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DU expert explains how supply chain issues will continue to impact consumers

While many thought supply chain issues would be corrected by now, Professor Jack Buffington says they will likely continue into 2022.

DENVER — Professor Jack Buffington is the program director for Supply Chain Management at the University of Denver. 

In this interview, he helps explain what's happening with the world's supply chain right now, and why issues will likely persist into 2022.

Editor's note: This interview has been edited for context and clarity.

9NEWS: What's going on right now?

Buffington: The key to supply chains is consistency, and when there’s any sort of disruption, the problem with supply chains is the weakest link in the chain can cause the biggest problem that can reverberate across a supply chain. 

With all the pandemic problems we’re having, and other challenges we’re having with oil prices and everything like that, that’s what you’re seeing. 

We thought that it would be fixed by now, but we still have the problems from COVID. We’re still seeing disruptions, and a lot of people think the disruptions will go into 2022.

People remember the toilet paper hoarding and might think of that as being in the distant past, but similar issues are still happening, right?

Buffington: Right. A lot of it has to do with the fact that we consider supply chain to still be in peak season, and by that we mean the demand is greater than the supply. In some situations it’s because of greater consumer purchases, and in other situations it could be a reduction in supply. 

Reduction in supply could mean a factory is shut down in China, or there’s problems with transportation showing up, or there’s not enough containers to move things around the country and around the world. 

What are some of the factors causing supply chain issues beyond the pandemic?

Buffington: I think the really interesting one has to do with climate change. Some countries are trying to address the problem, like in China where they’re trying to address the problem of how much coal they use. 

They’re trying to reduce emissions, but by doing that they’re having an impact on the energy market. And due to trying to reduce usage, some factories are not getting the same amount of coal that they had before, which is causing disruptions that we’re seeing to the flow of goods we buy in the United States.

You talk about the weakest link in the supply chain, and we're seeing the smallest things like a truck breaking down having a domino effect.

Buffington: This is what's called the bullwhip effect. There's one link in the supply chain where a disruption occurs--somebody expected it to happen and it didn't, so they respond in a way that creates a tidal wave of disruption.

That leads to some of the big problems we're seeing with appliances, or Apple computers or the chip manufacturing issues we're seeing with automobiles. 

Are these problems linked to everyday consumer issues, like ordering a shirt online that gets delayed?

Buffington: It definitely is linked. It could be due to a myriad of factors. It could be due to a forecast. The retailer put in a forecast and they got demand that was higher. It could be due to some problems with the factory when it comes to labor. It often has to do with issues with containers coming from Asia to the United States.

What causes the backlog of ships and container issues at California ports?

Buffington: The original problem had to do with the containers. For the supply chains to operate efficiently, you want to have the right number of containers, but not too many.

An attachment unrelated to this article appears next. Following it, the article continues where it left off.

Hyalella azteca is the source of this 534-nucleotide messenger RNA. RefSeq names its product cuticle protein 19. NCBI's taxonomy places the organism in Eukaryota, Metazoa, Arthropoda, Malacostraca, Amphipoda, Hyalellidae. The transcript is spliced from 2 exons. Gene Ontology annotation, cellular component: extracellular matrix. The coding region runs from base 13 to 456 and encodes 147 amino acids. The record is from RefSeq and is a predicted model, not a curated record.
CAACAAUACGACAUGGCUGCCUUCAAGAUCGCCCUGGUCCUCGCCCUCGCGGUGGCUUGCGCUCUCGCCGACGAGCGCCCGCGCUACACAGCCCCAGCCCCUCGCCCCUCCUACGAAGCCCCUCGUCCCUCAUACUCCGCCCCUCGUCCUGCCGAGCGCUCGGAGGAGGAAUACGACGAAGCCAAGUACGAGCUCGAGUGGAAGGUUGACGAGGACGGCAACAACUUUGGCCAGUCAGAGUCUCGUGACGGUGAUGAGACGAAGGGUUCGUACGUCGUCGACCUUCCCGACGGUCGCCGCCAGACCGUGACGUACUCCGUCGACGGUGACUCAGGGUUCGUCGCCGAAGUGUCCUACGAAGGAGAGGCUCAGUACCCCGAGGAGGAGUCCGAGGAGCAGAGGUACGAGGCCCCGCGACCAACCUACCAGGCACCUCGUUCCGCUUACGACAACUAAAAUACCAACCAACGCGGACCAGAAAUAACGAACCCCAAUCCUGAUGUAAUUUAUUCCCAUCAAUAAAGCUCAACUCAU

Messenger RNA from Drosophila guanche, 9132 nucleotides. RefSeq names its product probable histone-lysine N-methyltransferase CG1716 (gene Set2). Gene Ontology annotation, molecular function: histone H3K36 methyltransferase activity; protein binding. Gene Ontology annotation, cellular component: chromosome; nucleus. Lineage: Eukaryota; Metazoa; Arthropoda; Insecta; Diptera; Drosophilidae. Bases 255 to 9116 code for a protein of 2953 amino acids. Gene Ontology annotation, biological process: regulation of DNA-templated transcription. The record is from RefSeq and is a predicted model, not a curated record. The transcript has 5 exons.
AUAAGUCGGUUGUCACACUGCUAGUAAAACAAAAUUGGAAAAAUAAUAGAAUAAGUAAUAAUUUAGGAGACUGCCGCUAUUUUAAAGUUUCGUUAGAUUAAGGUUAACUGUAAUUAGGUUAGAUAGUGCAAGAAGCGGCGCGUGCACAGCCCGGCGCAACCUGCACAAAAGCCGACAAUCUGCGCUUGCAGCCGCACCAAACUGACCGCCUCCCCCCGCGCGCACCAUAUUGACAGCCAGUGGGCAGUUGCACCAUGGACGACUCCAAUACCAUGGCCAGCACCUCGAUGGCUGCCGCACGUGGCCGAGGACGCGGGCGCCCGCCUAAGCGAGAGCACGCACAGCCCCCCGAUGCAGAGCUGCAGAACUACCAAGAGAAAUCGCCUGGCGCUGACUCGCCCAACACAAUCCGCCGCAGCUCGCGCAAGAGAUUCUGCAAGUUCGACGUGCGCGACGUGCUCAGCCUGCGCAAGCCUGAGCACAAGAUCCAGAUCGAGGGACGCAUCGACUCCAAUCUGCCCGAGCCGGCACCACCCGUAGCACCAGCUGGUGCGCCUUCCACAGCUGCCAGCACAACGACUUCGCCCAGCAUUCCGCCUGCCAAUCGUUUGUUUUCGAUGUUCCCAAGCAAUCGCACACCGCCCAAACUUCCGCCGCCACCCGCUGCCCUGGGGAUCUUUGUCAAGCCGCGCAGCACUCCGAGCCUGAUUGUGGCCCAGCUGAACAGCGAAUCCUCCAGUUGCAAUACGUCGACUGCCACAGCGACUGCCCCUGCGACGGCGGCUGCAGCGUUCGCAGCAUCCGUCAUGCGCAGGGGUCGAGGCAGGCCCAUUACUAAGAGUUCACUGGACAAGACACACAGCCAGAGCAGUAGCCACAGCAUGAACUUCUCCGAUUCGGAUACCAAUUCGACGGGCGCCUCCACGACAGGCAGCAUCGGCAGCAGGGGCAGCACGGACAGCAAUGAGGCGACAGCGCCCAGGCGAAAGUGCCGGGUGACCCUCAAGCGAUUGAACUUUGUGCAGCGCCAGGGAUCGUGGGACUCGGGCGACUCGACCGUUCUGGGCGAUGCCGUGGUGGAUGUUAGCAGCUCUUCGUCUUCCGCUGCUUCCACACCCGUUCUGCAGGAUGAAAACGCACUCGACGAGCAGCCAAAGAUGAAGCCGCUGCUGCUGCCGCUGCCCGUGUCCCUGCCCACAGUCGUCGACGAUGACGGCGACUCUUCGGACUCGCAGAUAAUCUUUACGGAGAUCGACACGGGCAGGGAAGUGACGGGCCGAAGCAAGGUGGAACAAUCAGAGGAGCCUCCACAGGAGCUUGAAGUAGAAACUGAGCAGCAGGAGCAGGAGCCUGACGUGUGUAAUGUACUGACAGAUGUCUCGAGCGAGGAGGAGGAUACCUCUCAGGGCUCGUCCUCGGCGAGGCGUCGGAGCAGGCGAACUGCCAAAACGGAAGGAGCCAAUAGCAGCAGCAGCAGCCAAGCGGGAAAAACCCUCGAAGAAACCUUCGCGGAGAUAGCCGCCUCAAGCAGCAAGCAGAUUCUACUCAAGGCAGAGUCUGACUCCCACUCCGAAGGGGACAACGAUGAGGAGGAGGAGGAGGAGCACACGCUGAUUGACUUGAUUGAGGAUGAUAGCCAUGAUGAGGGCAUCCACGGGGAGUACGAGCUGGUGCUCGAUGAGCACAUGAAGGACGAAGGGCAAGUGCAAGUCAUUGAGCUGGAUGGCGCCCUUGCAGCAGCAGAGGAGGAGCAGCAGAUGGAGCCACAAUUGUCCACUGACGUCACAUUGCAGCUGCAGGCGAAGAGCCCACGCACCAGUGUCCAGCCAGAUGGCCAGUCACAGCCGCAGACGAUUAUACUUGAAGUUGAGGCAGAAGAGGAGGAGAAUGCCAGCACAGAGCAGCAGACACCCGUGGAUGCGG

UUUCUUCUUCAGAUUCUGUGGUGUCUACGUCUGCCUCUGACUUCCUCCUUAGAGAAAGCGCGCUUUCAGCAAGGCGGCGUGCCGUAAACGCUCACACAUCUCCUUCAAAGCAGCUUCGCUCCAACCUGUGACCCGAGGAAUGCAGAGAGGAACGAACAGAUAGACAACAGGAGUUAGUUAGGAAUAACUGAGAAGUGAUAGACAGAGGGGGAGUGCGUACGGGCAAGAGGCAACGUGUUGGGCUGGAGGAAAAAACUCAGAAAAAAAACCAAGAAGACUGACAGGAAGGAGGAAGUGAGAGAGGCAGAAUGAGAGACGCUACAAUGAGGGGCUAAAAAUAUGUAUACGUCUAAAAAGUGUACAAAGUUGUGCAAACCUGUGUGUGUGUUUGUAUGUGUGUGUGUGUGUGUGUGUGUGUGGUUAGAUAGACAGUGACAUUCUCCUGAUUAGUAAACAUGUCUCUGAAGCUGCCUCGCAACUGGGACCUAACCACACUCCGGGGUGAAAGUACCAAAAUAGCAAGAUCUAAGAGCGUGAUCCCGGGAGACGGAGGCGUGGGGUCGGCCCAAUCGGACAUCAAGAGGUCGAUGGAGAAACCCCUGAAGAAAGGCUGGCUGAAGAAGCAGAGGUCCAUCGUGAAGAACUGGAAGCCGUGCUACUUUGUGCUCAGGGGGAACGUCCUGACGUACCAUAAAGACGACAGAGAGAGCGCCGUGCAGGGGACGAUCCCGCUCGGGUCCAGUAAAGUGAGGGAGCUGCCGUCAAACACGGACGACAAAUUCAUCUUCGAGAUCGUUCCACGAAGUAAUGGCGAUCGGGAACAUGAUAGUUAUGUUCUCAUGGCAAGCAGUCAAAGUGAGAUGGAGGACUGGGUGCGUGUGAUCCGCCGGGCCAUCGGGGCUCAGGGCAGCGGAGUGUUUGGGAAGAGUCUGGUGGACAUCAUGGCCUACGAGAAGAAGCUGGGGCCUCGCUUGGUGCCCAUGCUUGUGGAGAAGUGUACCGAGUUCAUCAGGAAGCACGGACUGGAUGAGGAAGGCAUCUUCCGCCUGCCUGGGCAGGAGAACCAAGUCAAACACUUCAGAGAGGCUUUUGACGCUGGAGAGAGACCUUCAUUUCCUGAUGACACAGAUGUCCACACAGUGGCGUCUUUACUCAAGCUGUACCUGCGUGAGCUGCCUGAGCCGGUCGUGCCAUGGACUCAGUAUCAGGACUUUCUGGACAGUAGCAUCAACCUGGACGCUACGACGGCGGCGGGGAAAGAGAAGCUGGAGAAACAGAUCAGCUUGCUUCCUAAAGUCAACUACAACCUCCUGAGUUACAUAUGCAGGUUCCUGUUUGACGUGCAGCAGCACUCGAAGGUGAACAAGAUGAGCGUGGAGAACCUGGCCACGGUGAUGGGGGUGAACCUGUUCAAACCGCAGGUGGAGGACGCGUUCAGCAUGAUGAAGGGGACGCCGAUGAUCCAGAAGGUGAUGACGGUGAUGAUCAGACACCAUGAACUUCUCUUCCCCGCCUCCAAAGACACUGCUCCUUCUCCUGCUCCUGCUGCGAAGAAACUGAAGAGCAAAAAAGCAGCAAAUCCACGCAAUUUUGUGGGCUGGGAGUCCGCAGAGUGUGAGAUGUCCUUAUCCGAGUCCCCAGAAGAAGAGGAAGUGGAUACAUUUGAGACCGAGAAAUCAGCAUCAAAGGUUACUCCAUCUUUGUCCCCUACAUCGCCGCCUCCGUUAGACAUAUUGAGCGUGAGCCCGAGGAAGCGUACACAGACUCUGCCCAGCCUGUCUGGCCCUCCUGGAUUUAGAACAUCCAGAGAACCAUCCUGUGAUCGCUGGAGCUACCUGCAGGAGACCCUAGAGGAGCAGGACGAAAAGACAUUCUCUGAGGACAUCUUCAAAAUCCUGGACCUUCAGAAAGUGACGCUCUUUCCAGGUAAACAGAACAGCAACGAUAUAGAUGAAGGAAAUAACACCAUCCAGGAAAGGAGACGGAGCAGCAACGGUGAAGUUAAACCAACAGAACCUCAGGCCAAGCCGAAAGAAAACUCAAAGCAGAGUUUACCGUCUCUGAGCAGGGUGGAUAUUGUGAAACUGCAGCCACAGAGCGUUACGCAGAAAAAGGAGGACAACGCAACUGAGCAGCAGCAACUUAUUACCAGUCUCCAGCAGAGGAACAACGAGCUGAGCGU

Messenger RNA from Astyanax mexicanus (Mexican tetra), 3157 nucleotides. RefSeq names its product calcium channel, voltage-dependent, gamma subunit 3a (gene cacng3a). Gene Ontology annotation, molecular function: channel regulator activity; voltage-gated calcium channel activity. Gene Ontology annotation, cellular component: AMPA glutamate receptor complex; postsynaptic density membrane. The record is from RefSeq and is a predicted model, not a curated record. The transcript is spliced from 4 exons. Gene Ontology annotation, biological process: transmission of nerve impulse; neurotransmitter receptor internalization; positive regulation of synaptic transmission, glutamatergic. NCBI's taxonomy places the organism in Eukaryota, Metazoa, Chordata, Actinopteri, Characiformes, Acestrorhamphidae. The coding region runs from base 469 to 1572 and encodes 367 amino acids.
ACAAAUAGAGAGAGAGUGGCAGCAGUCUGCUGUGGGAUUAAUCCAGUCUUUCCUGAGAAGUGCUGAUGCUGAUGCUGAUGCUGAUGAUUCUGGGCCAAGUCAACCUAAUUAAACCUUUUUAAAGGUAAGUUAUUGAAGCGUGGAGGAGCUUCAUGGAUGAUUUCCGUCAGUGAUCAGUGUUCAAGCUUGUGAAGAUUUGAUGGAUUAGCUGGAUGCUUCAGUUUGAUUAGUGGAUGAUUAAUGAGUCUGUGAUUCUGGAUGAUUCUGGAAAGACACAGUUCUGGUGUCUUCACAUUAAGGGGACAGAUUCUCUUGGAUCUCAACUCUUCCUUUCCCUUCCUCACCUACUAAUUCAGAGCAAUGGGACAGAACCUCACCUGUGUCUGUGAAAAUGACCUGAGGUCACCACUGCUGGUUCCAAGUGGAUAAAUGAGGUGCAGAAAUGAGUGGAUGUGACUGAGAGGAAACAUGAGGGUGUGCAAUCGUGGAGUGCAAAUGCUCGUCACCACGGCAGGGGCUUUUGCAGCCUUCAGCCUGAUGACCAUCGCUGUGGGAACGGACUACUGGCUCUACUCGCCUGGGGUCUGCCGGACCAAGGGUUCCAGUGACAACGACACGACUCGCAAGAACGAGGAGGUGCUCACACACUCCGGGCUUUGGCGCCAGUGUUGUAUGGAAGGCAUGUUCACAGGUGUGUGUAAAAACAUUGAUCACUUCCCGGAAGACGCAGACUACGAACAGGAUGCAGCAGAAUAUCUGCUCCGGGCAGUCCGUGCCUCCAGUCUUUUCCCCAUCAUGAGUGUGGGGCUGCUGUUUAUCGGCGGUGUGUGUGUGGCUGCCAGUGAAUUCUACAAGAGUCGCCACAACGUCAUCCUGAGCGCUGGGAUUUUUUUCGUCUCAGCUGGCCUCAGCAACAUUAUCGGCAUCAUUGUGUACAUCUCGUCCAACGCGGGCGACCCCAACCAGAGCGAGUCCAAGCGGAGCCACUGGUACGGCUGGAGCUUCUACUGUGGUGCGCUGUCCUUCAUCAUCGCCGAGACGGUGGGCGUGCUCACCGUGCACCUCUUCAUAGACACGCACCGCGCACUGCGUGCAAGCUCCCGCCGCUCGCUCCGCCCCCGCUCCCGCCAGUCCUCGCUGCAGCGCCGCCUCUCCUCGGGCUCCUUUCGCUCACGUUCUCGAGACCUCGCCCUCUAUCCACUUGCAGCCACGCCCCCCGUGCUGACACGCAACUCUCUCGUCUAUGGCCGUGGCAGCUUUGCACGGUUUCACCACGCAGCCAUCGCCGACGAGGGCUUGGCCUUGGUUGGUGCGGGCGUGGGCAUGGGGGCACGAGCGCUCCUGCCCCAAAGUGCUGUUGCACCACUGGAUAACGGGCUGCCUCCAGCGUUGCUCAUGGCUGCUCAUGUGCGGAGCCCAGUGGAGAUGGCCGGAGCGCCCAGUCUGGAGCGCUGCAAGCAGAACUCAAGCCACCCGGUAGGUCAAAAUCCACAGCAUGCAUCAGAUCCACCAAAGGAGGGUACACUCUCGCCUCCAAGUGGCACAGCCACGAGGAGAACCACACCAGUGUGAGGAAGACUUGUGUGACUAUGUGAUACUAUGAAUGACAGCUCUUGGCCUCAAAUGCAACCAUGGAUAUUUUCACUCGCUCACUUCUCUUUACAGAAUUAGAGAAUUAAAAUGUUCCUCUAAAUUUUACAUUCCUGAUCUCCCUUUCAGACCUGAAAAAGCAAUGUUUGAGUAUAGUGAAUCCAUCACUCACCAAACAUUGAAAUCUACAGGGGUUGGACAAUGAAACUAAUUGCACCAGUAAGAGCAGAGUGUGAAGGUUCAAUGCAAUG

When there's bog downs happening in one place, there's not enough containers to load or there's not enough containers to empty, then what happens is things slow down and then all of a sudden everything comes at once. 

So in the Port of Los Angeles, for example, there's been records set on how many ships are out there waiting to be unloaded.

How does this end?

Buffington: We're hoping to see a decrease in disruptions. Supply chains need to operate at low variation because consumers want low prices. You can fix some of these problems by carrying more inventory to address some of the disruption, but that would just raise cost. A lot of retailers don’t think consumers would tolerate too much price increase, so they try to manage that.

What should consumers do to prepare?

Buffington: If you have enough time and enough money, you can always plan in advance. The other strategy is you wait until the last minute to see what bargains are out there. 

If the supply chain goes up and down like this, you could get some fantastic bargains at the end when the retailers thought that people were going to buy more and they bought less, or something else spiraled into the supply chain. 

Is another strategy to buy local?

Buffington: A lot of people think buying local, that's the best strategy, but of course the challenge with that strategy is cost. And some of the things that really matter, that I think are really crucial, would be pharmaceuticals and personal protective equipment. These things really are life and death, and some of the other stuff you're just going to have to be patient, and you're just going to have to spend more money. 

What are you talking about to your students right now?

Buffington: The one thing we’ve really talked about with businesses is that they have to look at themselves as information companies. A lot of these companies in supply chain focus on their factories, or they focus on their trucks and everything like that. They focus on the physical side of the business. 

But how they're going to win these, and how you hear companies are being successful in addressing some of these variations, is through better information systems so they can predict sooner what's going to happen to respond quicker.

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